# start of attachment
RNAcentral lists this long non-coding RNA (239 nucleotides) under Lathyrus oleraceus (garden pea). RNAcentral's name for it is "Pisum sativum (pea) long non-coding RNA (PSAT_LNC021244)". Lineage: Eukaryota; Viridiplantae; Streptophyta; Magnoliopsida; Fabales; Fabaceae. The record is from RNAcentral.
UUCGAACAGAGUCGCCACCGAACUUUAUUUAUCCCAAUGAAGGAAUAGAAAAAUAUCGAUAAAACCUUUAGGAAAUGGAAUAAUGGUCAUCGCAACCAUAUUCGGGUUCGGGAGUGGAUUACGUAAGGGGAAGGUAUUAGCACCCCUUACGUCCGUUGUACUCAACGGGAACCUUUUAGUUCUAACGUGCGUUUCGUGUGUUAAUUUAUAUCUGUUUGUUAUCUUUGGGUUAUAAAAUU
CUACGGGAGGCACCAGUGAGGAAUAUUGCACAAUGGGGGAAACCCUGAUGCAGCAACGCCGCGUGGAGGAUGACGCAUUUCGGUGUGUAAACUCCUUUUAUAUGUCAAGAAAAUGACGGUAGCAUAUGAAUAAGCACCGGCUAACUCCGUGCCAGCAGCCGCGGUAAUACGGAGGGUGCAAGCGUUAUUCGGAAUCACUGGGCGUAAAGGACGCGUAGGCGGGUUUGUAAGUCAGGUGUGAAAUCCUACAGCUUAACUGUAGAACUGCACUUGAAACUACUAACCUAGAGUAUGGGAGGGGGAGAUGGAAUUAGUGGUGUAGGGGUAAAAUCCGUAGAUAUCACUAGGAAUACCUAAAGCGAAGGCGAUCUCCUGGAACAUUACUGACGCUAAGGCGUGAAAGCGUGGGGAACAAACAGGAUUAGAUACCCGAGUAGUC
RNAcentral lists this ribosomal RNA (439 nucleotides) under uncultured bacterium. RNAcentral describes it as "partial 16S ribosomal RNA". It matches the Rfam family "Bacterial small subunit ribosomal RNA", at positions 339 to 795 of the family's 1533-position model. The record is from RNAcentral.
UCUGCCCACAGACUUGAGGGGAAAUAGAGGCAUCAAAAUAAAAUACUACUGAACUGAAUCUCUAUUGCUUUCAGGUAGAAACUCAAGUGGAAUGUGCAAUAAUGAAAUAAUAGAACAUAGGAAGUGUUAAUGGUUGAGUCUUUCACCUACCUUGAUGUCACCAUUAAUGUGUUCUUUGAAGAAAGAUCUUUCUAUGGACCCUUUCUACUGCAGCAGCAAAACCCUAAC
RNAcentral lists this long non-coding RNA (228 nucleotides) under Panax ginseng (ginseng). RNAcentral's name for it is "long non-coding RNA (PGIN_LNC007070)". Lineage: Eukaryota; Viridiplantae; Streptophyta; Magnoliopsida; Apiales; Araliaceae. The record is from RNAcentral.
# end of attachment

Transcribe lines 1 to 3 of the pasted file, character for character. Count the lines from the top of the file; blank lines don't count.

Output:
RNAcentral lists this long non-coding RNA (239 nucleotides) under Lathyrus oleraceus (garden pea). RNAcentral's name for it is "Pisum sativum (pea) long non-coding RNA (PSAT_LNC021244)". Lineage: Eukaryota; Viridiplantae; Streptophyta; Magnoliopsida; Fabales; Fabaceae. The record is from RNAcentral.
UUCGAACAGAGUCGCCACCGAACUUUAUUUAUCCCAAUGAAGGAAUAGAAAAAUAUCGAUAAAACCUUUAGGAAAUGGAAUAAUGGUCAUCGCAACCAUAUUCGGGUUCGGGAGUGGAUUACGUAAGGGGAAGGUAUUAGCACCCCUUACGUCCGUUGUACUCAACGGGAACCUUUUAGUUCUAACGUGCGUUUCGUGUGUUAAUUUAUAUCUGUUUGUUAUCUUUGGGUUAUAAAAUU
CUACGGGAGGCACCAGUGAGGAAUAUUGCACAAUGGGGGAAACCCUGAUGCAGCAACGCCGCGUGGAGGAUGACGCAUUUCGGUGUGUAAACUCCUUUUAUAUGUCAAGAAAAUGACGGUAGCAUAUGAAUAAGCACCGGCUAACUCCGUGCCAGCAGCCGCGGUAAUACGGAGGGUGCAAGCGUUAUUCGGAAUCACUGGGCGUAAAGGACGCGUAGGCGGGUUUGUAAGUCAGGUGUGAAAUCCUACAGCUUAACUGUAGAACUGCACUUGAAACUACUAACCUAGAGUAUGGGAGGGGGAGAUGGAAUUAGUGGUGUAGGGGUAAAAUCCGUAGAUAUCACUAGGAAUACCUAAAGCGAAGGCGAUCUCCUGGAACAUUACUGACGCUAAGGCGUGAAAGCGUGGGGAACAAACAGGAUUAGAUACCCGAGUAGUC